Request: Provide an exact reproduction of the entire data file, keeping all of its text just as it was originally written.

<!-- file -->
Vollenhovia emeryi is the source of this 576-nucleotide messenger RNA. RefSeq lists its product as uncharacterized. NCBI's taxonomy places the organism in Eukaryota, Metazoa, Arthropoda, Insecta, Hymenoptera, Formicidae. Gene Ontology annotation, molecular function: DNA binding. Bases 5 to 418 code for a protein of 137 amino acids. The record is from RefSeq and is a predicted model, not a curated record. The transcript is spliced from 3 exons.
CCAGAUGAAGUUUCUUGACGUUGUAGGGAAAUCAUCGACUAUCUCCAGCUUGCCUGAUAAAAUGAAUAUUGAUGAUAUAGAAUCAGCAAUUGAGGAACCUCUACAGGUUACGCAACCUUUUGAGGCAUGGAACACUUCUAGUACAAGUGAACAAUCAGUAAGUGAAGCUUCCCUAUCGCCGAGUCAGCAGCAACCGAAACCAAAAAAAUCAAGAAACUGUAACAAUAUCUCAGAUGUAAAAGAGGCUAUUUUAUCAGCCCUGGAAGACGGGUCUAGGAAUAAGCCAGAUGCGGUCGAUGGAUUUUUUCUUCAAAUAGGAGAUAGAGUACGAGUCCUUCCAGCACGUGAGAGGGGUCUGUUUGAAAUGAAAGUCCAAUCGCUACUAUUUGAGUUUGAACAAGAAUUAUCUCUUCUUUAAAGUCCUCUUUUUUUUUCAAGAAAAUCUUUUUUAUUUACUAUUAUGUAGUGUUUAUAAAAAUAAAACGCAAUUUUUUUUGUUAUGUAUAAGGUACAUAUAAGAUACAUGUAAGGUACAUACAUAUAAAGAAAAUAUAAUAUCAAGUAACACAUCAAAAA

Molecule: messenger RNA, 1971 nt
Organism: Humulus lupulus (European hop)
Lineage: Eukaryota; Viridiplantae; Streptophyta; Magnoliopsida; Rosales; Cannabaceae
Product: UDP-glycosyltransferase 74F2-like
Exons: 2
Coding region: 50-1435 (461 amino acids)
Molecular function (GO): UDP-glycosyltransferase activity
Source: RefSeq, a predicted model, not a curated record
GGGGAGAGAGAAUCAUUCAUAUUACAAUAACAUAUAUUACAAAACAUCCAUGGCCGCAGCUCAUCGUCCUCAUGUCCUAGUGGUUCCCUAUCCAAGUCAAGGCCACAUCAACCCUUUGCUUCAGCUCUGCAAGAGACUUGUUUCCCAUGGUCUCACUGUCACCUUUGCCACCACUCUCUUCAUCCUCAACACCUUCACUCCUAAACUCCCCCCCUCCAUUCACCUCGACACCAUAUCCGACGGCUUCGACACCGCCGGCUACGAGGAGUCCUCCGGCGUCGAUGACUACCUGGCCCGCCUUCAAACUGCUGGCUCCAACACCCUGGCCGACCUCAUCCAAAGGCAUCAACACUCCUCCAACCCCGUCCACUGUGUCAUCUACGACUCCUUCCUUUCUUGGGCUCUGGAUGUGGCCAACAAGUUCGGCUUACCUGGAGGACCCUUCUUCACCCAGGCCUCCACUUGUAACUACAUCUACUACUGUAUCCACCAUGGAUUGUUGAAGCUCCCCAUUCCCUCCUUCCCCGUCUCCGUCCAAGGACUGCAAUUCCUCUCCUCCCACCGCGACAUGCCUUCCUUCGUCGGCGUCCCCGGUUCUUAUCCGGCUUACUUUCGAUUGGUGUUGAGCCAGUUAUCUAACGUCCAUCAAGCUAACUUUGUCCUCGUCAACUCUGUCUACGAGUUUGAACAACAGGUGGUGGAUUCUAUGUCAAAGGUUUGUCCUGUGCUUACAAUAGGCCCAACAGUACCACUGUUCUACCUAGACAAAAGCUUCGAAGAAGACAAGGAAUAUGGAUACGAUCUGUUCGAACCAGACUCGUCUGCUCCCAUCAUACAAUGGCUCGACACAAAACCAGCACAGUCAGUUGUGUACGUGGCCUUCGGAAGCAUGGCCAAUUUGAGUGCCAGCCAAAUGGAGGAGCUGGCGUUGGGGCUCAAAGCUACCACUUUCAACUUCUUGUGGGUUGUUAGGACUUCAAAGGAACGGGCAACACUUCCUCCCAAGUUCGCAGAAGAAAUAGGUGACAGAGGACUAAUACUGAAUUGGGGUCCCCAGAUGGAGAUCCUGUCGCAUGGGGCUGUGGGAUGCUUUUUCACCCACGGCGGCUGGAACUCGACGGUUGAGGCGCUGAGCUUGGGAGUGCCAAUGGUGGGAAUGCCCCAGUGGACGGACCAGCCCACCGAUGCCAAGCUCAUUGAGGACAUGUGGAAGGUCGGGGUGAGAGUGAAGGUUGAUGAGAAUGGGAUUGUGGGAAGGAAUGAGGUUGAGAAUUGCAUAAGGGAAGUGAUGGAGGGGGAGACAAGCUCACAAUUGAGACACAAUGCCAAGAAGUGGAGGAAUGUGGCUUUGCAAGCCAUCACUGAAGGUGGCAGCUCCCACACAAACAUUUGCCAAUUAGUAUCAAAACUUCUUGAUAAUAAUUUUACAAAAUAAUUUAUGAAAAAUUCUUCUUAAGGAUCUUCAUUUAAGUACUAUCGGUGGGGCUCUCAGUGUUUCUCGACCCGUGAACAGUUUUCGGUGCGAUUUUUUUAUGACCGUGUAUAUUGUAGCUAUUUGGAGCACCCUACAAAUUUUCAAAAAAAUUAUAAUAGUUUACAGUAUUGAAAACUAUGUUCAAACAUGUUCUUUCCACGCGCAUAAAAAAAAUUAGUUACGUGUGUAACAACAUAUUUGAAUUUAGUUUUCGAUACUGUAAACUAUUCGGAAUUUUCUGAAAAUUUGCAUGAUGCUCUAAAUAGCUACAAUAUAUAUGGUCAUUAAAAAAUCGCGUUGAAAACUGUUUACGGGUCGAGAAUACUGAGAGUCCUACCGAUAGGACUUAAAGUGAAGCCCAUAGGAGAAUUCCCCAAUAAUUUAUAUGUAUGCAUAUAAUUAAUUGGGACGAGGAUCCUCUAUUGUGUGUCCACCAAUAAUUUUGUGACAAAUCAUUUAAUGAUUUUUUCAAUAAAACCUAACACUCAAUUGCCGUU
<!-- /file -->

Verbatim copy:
Vollenhovia emeryi is the source of this 576-nucleotide messenger RNA. RefSeq lists its product as uncharacterized. NCBI's taxonomy places the organism in Eukaryota, Metazoa, Arthropoda, Insecta, Hymenoptera, Formicidae. Gene Ontology annotation, molecular function: DNA binding. Bases 5 to 418 code for a protein of 137 amino acids. The record is from RefSeq and is a predicted model, not a curated record. The transcript is spliced from 3 exons.
CCAGAUGAAGUUUCUUGACGUUGUAGGGAAAUCAUCGACUAUCUCCAGCUUGCCUGAUAAAAUGAAUAUUGAUGAUAUAGAAUCAGCAAUUGAGGAACCUCUACAGGUUACGCAACCUUUUGAGGCAUGGAACACUUCUAGUACAAGUGAACAAUCAGUAAGUGAAGCUUCCCUAUCGCCGAGUCAGCAGCAACCGAAACCAAAAAAAUCAAGAAACUGUAACAAUAUCUCAGAUGUAAAAGAGGCUAUUUUAUCAGCCCUGGAAGACGGGUCUAGGAAUAAGCCAGAUGCGGUCGAUGGAUUUUUUCUUCAAAUAGGAGAUAGAGUACGAGUCCUUCCAGCACGUGAGAGGGGUCUGUUUGAAAUGAAAGUCCAAUCGCUACUAUUUGAGUUUGAACAAGAAUUAUCUCUUCUUUAAAGUCCUCUUUUUUUUUCAAGAAAAUCUUUUUUAUUUACUAUUAUGUAGUGUUUAUAAAAAUAAAACGCAAUUUUUUUUGUUAUGUAUAAGGUACAUAUAAGAUACAUGUAAGGUACAUACAUAUAAAGAAAAUAUAAUAUCAAGUAACACAUCAAAAA

Molecule: messenger RNA, 1971 nt
Organism: Humulus lupulus (European hop)
Lineage: Eukaryota; Viridiplantae; Streptophyta; Magnoliopsida; Rosales; Cannabaceae
Product: UDP-glycosyltransferase 74F2-like
Exons: 2
Coding region: 50-1435 (461 amino acids)
Molecular function (GO): UDP-glycosyltransferase activity
Source: RefSeq, a predicted model, not a curated record
GGGGAGAGAGAAUCAUUCAUAUUACAAUAACAUAUAUUACAAAACAUCCAUGGCCGCAGCUCAUCGUCCUCAUGUCCUAGUGGUUCCCUAUCCAAGUCAAGGCCACAUCAACCCUUUGCUUCAGCUCUGCAAGAGACUUGUUUCCCAUGGUCUCACUGUCACCUUUGCCACCACUCUCUUCAUCCUCAACACCUUCACUCCUAAACUCCCCCCCUCCAUUCACCUCGACACCAUAUCCGACGGCUUCGACACCGCCGGCUACGAGGAGUCCUCCGGCGUCGAUGACUACCUGGCCCGCCUUCAAACUGCUGGCUCCAACACCCUGGCCGACCUCAUCCAAAGGCAUCAACACUCCUCCAACCCCGUCCACUGUGUCAUCUACGACUCCUUCCUUUCUUGGGCUCUGGAUGUGGCCAACAAGUUCGGCUUACCUGGAGGACCCUUCUUCACCCAGGCCUCCACUUGUAACUACAUCUACUACUGUAUCCACCAUGGAUUGUUGAAGCUCCCCAUUCCCUCCUUCCCCGUCUCCGUCCAAGGACUGCAAUUCCUCUCCUCCCACCGCGACAUGCCUUCCUUCGUCGGCGUCCCCGGUUCUUAUCCGGCUUACUUUCGAUUGGUGUUGAGCCAGUUAUCUAACGUCCAUCAAGCUAACUUUGUCCUCGUCAACUCUGUCUACGAGUUUGAACAACAGGUGGUGGAUUCUAUGUCAAAGGUUUGUCCUGUGCUUACAAUAGGCCCAACAGUACCACUGUUCUACCUAGACAAAAGCUUCGAAGAAGACAAGGAAUAUGGAUACGAUCUGUUCGAACCAGACUCGUCUGCUCCCAUCAUACAAUGGCUCGACACAAAACCAGCACAGUCAGUUGUGUACGUGGCCUUCGGAAGCAUGGCCAAUUUGAGUGCCAGCCAAAUGGAGGAGCUGGCGUUGGGGCUCAAAGCUACCACUUUCAACUUCUUGUGGGUUGUUAGGACUUCAAAGGAACGGGCAACACUUCCUCCCAAGUUCGCAGAAGAAAUAGGUGACAGAGGACUAAUACUGAAUUGGGGUCCCCAGAUGGAGAUCCUGUCGCAUGGGGCUGUGGGAUGCUUUUUCACCCACGGCGGCUGGAACUCGACGGUUGAGGCGCUGAGCUUGGGAGUGCCAAUGGUGGGAAUGCCCCAGUGGACGGACCAGCCCACCGAUGCCAAGCUCAUUGAGGACAUGUGGAAGGUCGGGGUGAGAGUGAAGGUUGAUGAGAAUGGGAUUGUGGGAAGGAAUGAGGUUGAGAAUUGCAUAAGGGAAGUGAUGGAGGGGGAGACAAGCUCACAAUUGAGACACAAUGCCAAGAAGUGGAGGAAUGUGGCUUUGCAAGCCAUCACUGAAGGUGGCAGCUCCCACACAAACAUUUGCCAAUUAGUAUCAAAACUUCUUGAUAAUAAUUUUACAAAAUAAUUUAUGAAAAAUUCUUCUUAAGGAUCUUCAUUUAAGUACUAUCGGUGGGGCUCUCAGUGUUUCUCGACCCGUGAACAGUUUUCGGUGCGAUUUUUUUAUGACCGUGUAUAUUGUAGCUAUUUGGAGCACCCUACAAAUUUUCAAAAAAAUUAUAAUAGUUUACAGUAUUGAAAACUAUGUUCAAACAUGUUCUUUCCACGCGCAUAAAAAAAAUUAGUUACGUGUGUAACAACAUAUUUGAAUUUAGUUUUCGAUACUGUAAACUAUUCGGAAUUUUCUGAAAAUUUGCAUGAUGCUCUAAAUAGCUACAAUAUAUAUGGUCAUUAAAAAAUCGCGUUGAAAACUGUUUACGGGUCGAGAAUACUGAGAGUCCUACCGAUAGGACUUAAAGUGAAGCCCAUAGGAGAAUUCCCCAAUAAUUUAUAUGUAUGCAUAUAAUUAAUUGGGACGAGGAUCCUCUAUUGUGUGUCCACCAAUAAUUUUGUGACAAAUCAUUUAAUGAUUUUUUCAAUAAAACCUAACACUCAAUUGCCGUU